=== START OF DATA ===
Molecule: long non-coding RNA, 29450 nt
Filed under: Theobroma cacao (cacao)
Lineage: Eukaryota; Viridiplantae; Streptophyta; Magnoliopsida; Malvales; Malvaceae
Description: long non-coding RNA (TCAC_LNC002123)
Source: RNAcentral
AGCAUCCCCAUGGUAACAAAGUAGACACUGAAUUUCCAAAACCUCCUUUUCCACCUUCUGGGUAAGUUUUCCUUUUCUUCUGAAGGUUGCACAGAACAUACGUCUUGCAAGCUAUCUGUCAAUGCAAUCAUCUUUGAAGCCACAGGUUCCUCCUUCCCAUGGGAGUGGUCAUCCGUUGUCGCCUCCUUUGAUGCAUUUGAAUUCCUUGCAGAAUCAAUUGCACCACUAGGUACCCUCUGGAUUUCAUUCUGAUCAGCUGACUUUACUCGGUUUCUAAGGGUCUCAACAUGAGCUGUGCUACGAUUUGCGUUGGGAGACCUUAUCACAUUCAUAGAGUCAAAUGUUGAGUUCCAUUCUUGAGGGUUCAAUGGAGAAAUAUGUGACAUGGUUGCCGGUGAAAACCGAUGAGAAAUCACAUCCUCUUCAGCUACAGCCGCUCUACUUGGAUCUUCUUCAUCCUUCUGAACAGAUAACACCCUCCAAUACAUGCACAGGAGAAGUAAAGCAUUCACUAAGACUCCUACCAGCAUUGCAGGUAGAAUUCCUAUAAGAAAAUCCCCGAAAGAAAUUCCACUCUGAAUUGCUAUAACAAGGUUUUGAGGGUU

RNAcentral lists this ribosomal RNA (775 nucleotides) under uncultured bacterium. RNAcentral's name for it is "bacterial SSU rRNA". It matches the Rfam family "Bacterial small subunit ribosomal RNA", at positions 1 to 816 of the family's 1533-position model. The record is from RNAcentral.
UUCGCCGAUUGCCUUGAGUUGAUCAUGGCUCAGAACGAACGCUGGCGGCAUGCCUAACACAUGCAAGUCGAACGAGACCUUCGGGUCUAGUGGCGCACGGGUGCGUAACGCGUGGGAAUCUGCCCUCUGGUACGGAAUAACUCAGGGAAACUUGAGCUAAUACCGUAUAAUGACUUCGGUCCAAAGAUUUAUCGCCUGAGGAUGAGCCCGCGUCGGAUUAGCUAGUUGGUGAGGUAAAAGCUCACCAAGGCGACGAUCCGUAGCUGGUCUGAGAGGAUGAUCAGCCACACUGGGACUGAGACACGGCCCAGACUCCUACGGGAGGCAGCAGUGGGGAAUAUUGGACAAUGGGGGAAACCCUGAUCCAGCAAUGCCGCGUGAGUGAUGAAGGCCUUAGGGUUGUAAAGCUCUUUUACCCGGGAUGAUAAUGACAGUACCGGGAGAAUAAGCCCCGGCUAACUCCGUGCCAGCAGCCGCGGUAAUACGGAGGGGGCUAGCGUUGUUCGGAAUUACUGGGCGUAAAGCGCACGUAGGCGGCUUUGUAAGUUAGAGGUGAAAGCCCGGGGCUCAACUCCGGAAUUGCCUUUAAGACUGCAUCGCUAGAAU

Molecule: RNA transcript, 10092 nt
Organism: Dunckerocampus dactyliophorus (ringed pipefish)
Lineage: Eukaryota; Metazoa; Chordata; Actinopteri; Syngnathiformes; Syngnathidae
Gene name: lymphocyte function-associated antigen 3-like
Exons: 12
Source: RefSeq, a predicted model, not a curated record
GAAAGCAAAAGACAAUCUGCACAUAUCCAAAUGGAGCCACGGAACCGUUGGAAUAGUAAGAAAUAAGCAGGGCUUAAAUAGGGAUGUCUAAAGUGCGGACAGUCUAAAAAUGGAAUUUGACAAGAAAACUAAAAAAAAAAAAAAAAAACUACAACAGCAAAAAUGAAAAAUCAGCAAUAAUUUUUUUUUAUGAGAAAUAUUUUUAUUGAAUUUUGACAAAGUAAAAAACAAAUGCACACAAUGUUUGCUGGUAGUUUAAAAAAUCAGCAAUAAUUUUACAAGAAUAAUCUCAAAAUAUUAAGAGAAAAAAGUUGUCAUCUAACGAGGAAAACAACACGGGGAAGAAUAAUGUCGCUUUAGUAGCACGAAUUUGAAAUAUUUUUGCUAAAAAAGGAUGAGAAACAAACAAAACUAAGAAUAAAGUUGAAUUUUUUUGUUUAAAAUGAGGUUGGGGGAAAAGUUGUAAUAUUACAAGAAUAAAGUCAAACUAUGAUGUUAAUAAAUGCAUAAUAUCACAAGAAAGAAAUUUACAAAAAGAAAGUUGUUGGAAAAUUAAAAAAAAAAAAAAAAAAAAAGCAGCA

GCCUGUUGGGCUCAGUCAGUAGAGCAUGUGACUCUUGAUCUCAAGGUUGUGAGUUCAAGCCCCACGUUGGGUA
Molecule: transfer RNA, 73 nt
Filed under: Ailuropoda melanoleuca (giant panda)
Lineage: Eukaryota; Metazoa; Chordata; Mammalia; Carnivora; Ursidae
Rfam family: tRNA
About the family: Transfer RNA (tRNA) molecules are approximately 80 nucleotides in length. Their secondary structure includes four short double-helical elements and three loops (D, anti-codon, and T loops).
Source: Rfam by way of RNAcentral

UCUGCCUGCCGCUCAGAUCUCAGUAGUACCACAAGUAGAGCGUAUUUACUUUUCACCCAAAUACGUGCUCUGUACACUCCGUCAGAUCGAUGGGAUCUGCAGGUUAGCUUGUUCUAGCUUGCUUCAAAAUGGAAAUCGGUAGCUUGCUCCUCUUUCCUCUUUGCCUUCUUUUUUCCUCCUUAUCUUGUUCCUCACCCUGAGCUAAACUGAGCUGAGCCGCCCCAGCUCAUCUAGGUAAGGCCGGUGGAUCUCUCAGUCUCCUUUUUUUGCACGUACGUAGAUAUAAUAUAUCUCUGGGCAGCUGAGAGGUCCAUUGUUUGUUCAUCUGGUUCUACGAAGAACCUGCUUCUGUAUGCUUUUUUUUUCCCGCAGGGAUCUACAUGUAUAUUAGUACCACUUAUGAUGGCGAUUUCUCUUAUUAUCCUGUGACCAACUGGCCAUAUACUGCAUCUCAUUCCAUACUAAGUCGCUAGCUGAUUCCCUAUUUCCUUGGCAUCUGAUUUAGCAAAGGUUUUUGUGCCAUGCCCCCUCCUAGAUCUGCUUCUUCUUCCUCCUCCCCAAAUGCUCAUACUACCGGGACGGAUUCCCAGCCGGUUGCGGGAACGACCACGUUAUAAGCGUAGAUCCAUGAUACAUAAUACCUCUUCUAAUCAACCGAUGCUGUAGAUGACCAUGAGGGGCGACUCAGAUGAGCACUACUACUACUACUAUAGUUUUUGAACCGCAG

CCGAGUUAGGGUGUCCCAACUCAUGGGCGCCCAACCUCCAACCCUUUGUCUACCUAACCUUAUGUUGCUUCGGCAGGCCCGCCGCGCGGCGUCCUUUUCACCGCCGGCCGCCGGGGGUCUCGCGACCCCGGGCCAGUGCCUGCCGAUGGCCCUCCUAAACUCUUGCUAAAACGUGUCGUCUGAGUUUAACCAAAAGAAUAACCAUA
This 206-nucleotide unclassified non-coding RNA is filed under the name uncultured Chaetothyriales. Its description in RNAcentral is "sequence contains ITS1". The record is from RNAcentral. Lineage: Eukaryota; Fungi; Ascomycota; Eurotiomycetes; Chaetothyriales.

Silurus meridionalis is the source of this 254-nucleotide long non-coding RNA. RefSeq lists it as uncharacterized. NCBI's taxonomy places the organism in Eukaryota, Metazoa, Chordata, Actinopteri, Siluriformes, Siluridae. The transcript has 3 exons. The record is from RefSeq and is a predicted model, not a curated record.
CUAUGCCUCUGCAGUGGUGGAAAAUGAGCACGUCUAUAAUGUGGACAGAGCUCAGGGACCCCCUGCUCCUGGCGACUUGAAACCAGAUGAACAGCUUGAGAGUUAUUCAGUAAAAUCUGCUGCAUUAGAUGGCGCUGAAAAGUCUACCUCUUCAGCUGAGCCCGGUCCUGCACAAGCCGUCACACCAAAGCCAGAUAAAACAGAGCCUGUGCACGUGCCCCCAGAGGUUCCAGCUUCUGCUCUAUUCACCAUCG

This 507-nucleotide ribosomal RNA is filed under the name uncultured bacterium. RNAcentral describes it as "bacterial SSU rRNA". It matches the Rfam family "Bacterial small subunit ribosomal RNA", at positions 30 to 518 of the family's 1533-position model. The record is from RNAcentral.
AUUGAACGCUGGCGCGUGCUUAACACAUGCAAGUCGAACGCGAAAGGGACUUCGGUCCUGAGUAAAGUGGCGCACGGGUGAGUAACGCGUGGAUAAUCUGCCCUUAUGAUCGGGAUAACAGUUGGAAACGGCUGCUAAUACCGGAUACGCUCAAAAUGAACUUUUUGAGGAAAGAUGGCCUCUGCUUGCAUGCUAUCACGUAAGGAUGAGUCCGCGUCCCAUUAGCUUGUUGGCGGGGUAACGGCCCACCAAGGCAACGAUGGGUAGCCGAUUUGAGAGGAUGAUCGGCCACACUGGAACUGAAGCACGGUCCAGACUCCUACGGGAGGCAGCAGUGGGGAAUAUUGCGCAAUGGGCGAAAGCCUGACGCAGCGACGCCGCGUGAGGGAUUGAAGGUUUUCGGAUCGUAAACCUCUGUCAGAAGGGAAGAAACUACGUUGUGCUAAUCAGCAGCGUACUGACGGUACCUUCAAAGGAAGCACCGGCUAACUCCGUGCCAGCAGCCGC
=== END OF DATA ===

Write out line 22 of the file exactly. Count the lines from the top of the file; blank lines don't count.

Source: Rfam by way of RNAcentral